Please note that this is in no way an IBM wide TWiki installation. Compared to IBMs overall size it is just used in very small department. More a team wiki than a company wiki.

-- CarloSchulz - 21 May 2008

Carlo, you created a great design. I am sure that a lot of clients will prefer to get a TWiki that looks like this out of the box. So there is definitely a market to create a TWikiForNormalUsers distro.

What yours and Arthur's work also shows is the importance to create a proper frontpage. If the frontpage sucks, any other gem is ... well just some page buried in your wiki.

And let me know on how you plan to release your stuff. We should work together on it to make sure it survives the next plugin updates and things don't diverge too much.

Another idea would be to create a twiki-theming.org site to increase the momentum for a twiki theming community.

-- MichaelDaum - 21 May 2008

I would love to get our TWiki to look like Carlo's. The site is a huge improvement for an (non-developers') intranet. Unless it's packaged somehow though, I wouldn't stand a chance of implementing something like this. I agree with Arthur that ". . . it is quite normal to have to customize a tool to the needs of an organization. But the effort may be too high now." It's way too difficult for mere mortals (i.e., non-developers) to make the kinds of changes you see here.

As for plugins, I not afraid to install any plugin that makes something easier to do or adds functionality my users consider important. I'm not even afraid for the installation to be difficult. The real challenge is just when there is no real supporting documentation for what might be difficult installs (i.e., Image::Magick on OS X--which, in fact I have installed, but still can't get plugins that depend on it to work).

If this IBM "theme"/"skin"/whatever were packaged and available right now, I would jump at the opportunity to use it.

-- DavidWolfe - 21 May 2008

Thanks you very much for sharing this Carlo, it looks very clean. FWIW, at TWikiDotNet we identified usability and out of box experience the critical factor in getting acceptance outside engineering. Usable/presentable wiki homepage and user homepages are crucial.

-- PeterThoeny - 22 May 2008

I've taken over your google-like search result page for standard NatSkin.

NatSearchSnap1.jpg

-- MichaelDaum - 22 May 2008

Nice smile . We should meet soon to coordinate further development

-- CarloSchulz - 22 May 2008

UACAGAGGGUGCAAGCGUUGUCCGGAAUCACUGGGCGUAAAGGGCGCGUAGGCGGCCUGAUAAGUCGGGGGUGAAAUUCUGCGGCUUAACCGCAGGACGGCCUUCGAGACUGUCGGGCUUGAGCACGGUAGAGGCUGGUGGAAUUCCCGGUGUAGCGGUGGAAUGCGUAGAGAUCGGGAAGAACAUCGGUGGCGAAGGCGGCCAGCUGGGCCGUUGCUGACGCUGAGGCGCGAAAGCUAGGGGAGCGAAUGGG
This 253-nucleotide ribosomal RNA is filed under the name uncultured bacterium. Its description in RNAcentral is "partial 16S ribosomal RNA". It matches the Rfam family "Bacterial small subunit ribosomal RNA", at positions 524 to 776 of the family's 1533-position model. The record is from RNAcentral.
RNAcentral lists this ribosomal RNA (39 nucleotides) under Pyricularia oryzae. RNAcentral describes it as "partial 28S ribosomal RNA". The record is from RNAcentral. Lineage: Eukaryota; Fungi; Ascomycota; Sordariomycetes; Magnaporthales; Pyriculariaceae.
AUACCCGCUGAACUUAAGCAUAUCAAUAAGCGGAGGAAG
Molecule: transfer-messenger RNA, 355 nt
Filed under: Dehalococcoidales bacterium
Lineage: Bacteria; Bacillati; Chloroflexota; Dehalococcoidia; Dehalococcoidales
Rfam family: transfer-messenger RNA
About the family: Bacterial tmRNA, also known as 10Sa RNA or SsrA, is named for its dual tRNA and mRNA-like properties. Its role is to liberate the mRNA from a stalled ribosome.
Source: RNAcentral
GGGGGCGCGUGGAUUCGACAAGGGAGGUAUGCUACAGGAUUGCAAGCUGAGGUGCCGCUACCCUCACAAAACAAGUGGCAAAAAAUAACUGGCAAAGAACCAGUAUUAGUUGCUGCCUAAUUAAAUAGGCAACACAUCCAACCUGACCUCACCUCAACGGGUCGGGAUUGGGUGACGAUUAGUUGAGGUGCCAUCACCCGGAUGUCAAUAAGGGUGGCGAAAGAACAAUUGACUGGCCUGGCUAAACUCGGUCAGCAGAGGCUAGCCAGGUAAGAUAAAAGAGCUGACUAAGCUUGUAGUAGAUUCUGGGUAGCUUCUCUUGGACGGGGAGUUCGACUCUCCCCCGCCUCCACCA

Hi Carlo, thank you very much for sharing these layouts and comments with the community. We have an implementation for a customer running also, that is much lighter. I will ask the customer, if this can be posted here for discussion and input. As soon as I have approval, I will enter the discussion with examples. I like your work a lot. Congratulations for these results!

-- MartinSeibert - 22 May 2008

Here's another twist on attachments:

Attachments.png

I've moved the "Actions" column to the end and added a separate row for the comments. Tables tend to get squeezed if the comments are longer so I've added an extra row for them. I renamed the column headers also to be more readable, e.g. "Attached by ..."

-- MichaelDaum - 22 May 2008

Overall I think, too many icons hurt more than they help.

-- MichaelDaum - 22 May 2008

Michael: I agree. The TWiki-standard-layout has too much buttons and links with only little value. For example: "Index".

-- MartinSeibert - 23 May 2008

Links: wikis make it easy to link topics to each other. Unfortunately, pages show much too many links on wikis, i.e. on twiki.org. While "link-rich pages" are a concept of its own value (learned that from Carlo), wiki pages become "link-rich" by accident. Users simply don't know which link to choose being overwhelmed by this range of choice. TWiki.org's frontpages and webhomes are unfortunately a good negative example how not to do it. But so is http://en.wikipedia.org as well. It is like trying to eat an icecream with too many flavors.

-- MichaelDaum - 23 May 2008

Range of choice is not the problem. See a successful linkrich homepage that we made: http://hema.nl

Lack of perceived relevance is the problem. That can be caused because this user does not need the links, or because the used wording does not match the personal domain, or because of bad visual design (lack of organizational structure).

-- ArthurClemens - 23 May 2008

Yea, but that's a site presenting a catalog of its products. That's where it totally makes sense. I agree. It's a linkrich page by purpose.

-- MichaelDaum - 23 May 2008

There is an interesting similarity between your hema site and my example homepage - no underlined links! Too many underlined words and you see nothing... just lines

-- CarloSchulz - 23 May 2008